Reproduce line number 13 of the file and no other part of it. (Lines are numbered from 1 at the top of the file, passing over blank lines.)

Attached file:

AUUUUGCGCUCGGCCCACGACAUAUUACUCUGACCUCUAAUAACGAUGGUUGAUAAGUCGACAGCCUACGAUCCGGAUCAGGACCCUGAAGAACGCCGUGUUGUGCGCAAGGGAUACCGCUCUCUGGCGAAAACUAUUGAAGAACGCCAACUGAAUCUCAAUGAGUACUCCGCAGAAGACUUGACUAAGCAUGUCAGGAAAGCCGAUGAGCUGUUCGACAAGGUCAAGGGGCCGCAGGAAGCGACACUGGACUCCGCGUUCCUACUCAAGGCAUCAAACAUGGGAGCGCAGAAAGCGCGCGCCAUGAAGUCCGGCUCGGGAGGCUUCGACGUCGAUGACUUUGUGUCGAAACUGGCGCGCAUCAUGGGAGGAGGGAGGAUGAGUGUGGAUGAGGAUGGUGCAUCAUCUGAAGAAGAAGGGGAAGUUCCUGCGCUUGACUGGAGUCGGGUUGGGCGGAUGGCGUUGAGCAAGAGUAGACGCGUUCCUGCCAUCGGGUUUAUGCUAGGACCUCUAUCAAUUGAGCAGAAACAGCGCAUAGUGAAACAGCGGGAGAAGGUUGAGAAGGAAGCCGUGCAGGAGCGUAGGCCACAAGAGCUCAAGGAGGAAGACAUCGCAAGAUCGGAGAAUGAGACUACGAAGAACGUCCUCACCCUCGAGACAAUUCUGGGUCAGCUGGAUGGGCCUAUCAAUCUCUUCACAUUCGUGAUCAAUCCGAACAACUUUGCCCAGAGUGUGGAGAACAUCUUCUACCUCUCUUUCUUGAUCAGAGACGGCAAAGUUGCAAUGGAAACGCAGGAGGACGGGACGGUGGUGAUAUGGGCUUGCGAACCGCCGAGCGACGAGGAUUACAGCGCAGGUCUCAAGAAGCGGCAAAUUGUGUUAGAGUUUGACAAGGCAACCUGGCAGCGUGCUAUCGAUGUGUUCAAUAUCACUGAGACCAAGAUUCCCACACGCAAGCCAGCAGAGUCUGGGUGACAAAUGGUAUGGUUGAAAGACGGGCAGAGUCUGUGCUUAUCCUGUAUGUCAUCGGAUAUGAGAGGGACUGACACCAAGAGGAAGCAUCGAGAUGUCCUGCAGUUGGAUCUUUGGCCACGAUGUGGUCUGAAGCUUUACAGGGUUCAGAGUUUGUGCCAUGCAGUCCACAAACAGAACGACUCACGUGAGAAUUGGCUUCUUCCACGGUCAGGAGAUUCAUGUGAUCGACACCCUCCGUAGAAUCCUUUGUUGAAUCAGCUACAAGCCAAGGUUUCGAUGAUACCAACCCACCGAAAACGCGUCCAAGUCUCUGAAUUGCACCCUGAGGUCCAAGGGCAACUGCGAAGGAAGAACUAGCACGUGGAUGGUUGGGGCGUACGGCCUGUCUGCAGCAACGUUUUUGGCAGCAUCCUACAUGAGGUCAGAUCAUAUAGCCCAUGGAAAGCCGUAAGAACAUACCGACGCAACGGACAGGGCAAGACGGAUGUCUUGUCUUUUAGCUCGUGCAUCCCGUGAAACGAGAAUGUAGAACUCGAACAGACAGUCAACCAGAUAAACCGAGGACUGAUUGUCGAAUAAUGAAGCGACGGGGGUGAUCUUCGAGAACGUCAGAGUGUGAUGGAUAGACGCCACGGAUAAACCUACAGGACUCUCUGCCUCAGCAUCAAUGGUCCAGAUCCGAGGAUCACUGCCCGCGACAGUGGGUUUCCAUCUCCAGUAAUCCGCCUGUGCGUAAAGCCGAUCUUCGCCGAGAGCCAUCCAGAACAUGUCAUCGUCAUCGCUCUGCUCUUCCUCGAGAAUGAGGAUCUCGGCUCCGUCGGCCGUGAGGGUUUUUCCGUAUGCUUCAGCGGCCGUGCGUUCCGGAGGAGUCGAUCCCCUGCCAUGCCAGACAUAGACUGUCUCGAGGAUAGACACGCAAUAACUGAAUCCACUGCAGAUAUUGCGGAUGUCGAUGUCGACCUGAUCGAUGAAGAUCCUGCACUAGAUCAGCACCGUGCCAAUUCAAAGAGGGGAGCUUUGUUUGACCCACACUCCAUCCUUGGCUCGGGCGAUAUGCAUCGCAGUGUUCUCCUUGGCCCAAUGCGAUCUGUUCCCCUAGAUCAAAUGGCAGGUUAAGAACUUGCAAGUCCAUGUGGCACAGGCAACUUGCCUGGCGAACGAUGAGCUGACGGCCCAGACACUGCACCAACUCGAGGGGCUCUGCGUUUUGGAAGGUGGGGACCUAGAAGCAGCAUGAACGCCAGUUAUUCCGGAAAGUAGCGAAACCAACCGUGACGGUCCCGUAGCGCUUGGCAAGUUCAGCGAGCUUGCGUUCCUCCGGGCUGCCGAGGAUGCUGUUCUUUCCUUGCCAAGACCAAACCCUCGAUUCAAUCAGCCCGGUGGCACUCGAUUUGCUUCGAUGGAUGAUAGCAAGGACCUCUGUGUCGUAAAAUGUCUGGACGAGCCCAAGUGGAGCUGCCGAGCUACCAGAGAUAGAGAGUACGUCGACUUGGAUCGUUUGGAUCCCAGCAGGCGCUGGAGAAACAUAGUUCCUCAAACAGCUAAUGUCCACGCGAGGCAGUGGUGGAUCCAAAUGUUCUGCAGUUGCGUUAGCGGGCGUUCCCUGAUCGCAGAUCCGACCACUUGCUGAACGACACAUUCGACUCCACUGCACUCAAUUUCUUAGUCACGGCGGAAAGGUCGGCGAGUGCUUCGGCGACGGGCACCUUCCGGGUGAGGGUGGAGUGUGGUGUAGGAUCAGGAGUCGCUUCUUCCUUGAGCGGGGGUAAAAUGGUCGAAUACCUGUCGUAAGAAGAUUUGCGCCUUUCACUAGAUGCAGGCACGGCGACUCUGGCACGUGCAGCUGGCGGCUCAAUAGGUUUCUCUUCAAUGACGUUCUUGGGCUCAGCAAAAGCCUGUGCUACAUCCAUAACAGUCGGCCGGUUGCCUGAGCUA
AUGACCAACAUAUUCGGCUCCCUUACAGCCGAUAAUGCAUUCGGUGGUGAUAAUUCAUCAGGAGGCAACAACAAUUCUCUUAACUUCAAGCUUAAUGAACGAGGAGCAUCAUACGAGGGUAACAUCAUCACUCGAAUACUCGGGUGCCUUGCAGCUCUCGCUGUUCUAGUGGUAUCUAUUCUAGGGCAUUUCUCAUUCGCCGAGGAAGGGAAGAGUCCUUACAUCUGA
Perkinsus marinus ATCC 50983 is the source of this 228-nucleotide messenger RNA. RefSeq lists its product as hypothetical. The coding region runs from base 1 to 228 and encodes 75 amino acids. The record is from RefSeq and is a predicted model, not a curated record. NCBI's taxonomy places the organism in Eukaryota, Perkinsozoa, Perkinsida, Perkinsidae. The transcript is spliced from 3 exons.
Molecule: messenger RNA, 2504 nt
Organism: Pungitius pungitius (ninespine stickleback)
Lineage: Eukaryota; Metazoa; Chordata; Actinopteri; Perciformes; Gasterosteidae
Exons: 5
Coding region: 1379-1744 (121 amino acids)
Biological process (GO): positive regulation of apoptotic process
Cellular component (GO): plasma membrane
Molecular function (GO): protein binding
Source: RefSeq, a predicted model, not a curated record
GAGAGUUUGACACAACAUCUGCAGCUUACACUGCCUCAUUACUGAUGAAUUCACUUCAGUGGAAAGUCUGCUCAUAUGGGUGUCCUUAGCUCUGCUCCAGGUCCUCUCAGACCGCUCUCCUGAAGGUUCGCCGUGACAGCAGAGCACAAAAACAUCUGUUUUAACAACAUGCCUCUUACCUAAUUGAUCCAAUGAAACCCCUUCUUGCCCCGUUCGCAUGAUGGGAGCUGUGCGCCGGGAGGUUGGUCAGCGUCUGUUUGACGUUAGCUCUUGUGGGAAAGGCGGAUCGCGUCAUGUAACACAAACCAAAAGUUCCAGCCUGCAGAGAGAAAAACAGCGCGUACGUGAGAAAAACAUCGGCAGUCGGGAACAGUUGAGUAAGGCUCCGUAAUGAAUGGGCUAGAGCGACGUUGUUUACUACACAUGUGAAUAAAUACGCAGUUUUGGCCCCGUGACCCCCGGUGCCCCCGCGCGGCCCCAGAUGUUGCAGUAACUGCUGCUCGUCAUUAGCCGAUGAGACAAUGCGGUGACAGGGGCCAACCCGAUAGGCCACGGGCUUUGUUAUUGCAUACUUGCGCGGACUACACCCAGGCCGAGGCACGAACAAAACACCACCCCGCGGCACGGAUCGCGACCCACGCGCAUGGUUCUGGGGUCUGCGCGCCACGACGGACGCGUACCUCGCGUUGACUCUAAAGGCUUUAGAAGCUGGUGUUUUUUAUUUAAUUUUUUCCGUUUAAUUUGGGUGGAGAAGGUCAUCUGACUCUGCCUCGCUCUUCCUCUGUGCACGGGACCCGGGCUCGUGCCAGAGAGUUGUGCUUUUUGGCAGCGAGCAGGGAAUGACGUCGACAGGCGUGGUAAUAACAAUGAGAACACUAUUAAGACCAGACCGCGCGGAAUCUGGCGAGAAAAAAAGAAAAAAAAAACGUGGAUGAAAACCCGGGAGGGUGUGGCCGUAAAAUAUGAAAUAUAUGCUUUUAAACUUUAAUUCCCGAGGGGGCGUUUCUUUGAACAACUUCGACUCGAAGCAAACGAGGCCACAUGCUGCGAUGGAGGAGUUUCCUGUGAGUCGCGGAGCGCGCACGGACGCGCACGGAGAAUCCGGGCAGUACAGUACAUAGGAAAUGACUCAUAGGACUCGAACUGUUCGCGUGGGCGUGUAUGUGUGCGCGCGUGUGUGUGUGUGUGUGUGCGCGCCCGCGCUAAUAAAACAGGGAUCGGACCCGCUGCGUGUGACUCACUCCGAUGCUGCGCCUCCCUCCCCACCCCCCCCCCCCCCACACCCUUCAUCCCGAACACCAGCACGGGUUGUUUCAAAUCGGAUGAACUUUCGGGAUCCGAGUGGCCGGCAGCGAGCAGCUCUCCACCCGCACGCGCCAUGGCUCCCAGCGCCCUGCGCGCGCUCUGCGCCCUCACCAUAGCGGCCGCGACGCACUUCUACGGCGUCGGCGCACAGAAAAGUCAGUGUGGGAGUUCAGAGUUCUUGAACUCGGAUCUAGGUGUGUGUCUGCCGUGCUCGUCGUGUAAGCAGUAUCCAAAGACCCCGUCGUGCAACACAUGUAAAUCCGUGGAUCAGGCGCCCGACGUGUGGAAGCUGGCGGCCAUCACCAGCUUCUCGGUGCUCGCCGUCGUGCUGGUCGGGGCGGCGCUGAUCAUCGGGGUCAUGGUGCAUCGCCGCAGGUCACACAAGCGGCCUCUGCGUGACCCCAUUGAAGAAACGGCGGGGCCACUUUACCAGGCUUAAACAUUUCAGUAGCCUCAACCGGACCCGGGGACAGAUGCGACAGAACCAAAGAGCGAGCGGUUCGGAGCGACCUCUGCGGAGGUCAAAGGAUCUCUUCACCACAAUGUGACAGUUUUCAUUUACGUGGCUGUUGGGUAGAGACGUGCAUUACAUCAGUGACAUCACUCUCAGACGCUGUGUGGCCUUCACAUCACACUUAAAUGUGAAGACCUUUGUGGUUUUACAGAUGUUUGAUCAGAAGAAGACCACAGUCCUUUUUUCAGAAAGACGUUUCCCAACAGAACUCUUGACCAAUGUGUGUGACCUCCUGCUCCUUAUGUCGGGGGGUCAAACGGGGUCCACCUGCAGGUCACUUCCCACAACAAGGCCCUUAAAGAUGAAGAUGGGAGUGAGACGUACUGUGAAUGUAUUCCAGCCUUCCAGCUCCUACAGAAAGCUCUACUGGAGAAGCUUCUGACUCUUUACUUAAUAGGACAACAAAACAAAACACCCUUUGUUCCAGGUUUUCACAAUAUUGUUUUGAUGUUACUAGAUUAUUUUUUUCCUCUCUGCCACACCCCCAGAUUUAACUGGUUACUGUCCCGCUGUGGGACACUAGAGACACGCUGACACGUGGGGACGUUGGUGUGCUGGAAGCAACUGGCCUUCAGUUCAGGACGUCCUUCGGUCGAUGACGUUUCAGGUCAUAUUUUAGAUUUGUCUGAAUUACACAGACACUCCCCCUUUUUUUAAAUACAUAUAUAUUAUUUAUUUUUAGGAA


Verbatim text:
GAGAGUUUGACACAACAUCUGCAGCUUACACUGCCUCAUUACUGAUGAAUUCACUUCAGUGGAAAGUCUGCUCAUAUGGGUGUCCUUAGCUCUGCUCCAGGUCCUCUCAGACCGCUCUCCUGAAGGUUCGCCGUGACAGCAGAGCACAAAAACAUCUGUUUUAACAACAUGCCUCUUACCUAAUUGAUCCAAUGAAACCCCUUCUUGCCCCGUUCGCAUGAUGGGAGCUGUGCGCCGGGAGGUUGGUCAGCGUCUGUUUGACGUUAGCUCUUGUGGGAAAGGCGGAUCGCGUCAUGUAACACAAACCAAAAGUUCCAGCCUGCAGAGAGAAAAACAGCGCGUACGUGAGAAAAACAUCGGCAGUCGGGAACAGUUGAGUAAGGCUCCGUAAUGAAUGGGCUAGAGCGACGUUGUUUACUACACAUGUGAAUAAAUACGCAGUUUUGGCCCCGUGACCCCCGGUGCCCCCGCGCGGCCCCAGAUGUUGCAGUAACUGCUGCUCGUCAUUAGCCGAUGAGACAAUGCGGUGACAGGGGCCAACCCGAUAGGCCACGGGCUUUGUUAUUGCAUACUUGCGCGGACUACACCCAGGCCGAGGCACGAACAAAACACCACCCCGCGGCACGGAUCGCGACCCACGCGCAUGGUUCUGGGGUCUGCGCGCCACGACGGACGCGUACCUCGCGUUGACUCUAAAGGCUUUAGAAGCUGGUGUUUUUUAUUUAAUUUUUUCCGUUUAAUUUGGGUGGAGAAGGUCAUCUGACUCUGCCUCGCUCUUCCUCUGUGCACGGGACCCGGGCUCGUGCCAGAGAGUUGUGCUUUUUGGCAGCGAGCAGGGAAUGACGUCGACAGGCGUGGUAAUAACAAUGAGAACACUAUUAAGACCAGACCGCGCGGAAUCUGGCGAGAAAAAAAGAAAAAAAAAACGUGGAUGAAAACCCGGGAGGGUGUGGCCGUAAAAUAUGAAAUAUAUGCUUUUAAACUUUAAUUCCCGAGGGGGCGUUUCUUUGAACAACUUCGACUCGAAGCAAACGAGGCCACAUGCUGCGAUGGAGGAGUUUCCUGUGAGUCGCGGAGCGCGCACGGACGCGCACGGAGAAUCCGGGCAGUACAGUACAUAGGAAAUGACUCAUAGGACUCGAACUGUUCGCGUGGGCGUGUAUGUGUGCGCGCGUGUGUGUGUGUGUGUGUGCGCGCCCGCGCUAAUAAAACAGGGAUCGGACCCGCUGCGUGUGACUCACUCCGAUGCUGCGCCUCCCUCCCCACCCCCCCCCCCCCCACACCCUUCAUCCCGAACACCAGCACGGGUUGUUUCAAAUCGGAUGAACUUUCGGGAUCCGAGUGGCCGGCAGCGAGCAGCUCUCCACCCGCACGCGCCAUGGCUCCCAGCGCCCUGCGCGCGCUCUGCGCCCUCACCAUAGCGGCCGCGACGCACUUCUACGGCGUCGGCGCACAGAAAAGUCAGUGUGGGAGUUCAGAGUUCUUGAACUCGGAUCUAGGUGUGUGUCUGCCGUGCUCGUCGUGUAAGCAGUAUCCAAAGACCCCGUCGUGCAACACAUGUAAAUCCGUGGAUCAGGCGCCCGACGUGUGGAAGCUGGCGGCCAUCACCAGCUUCUCGGUGCUCGCCGUCGUGCUGGUCGGGGCGGCGCUGAUCAUCGGGGUCAUGGUGCAUCGCCGCAGGUCACACAAGCGGCCUCUGCGUGACCCCAUUGAAGAAACGGCGGGGCCACUUUACCAGGCUUAAACAUUUCAGUAGCCUCAACCGGACCCGGGGACAGAUGCGACAGAACCAAAGAGCGAGCGGUUCGGAGCGACCUCUGCGGAGGUCAAAGGAUCUCUUCACCACAAUGUGACAGUUUUCAUUUACGUGGCUGUUGGGUAGAGACGUGCAUUACAUCAGUGACAUCACUCUCAGACGCUGUGUGGCCUUCACAUCACACUUAAAUGUGAAGACCUUUGUGGUUUUACAGAUGUUUGAUCAGAAGAAGACCACAGUCCUUUUUUCAGAAAGACGUUUCCCAACAGAACUCUUGACCAAUGUGUGUGACCUCCUGCUCCUUAUGUCGGGGGGUCAAACGGGGUCCACCUGCAGGUCACUUCCCACAACAAGGCCCUUAAAGAUGAAGAUGGGAGUGAGACGUACUGUGAAUGUAUUCCAGCCUUCCAGCUCCUACAGAAAGCUCUACUGGAGAAGCUUCUGACUCUUUACUUAAUAGGACAACAAAACAAAACACCCUUUGUUCCAGGUUUUCACAAUAUUGUUUUGAUGUUACUAGAUUAUUUUUUUCCUCUCUGCCACACCCCCAGAUUUAACUGGUUACUGUCCCGCUGUGGGACACUAGAGACACGCUGACACGUGGGGACGUUGGUGUGCUGGAAGCAACUGGCCUUCAGUUCAGGACGUCCUUCGGUCGAUGACGUUUCAGGUCAUAUUUUAGAUUUGUCUGAAUUACACAGACACUCCCCCUUUUUUUAAAUACAUAUAUAUUAUUUAUUUUUAGGAA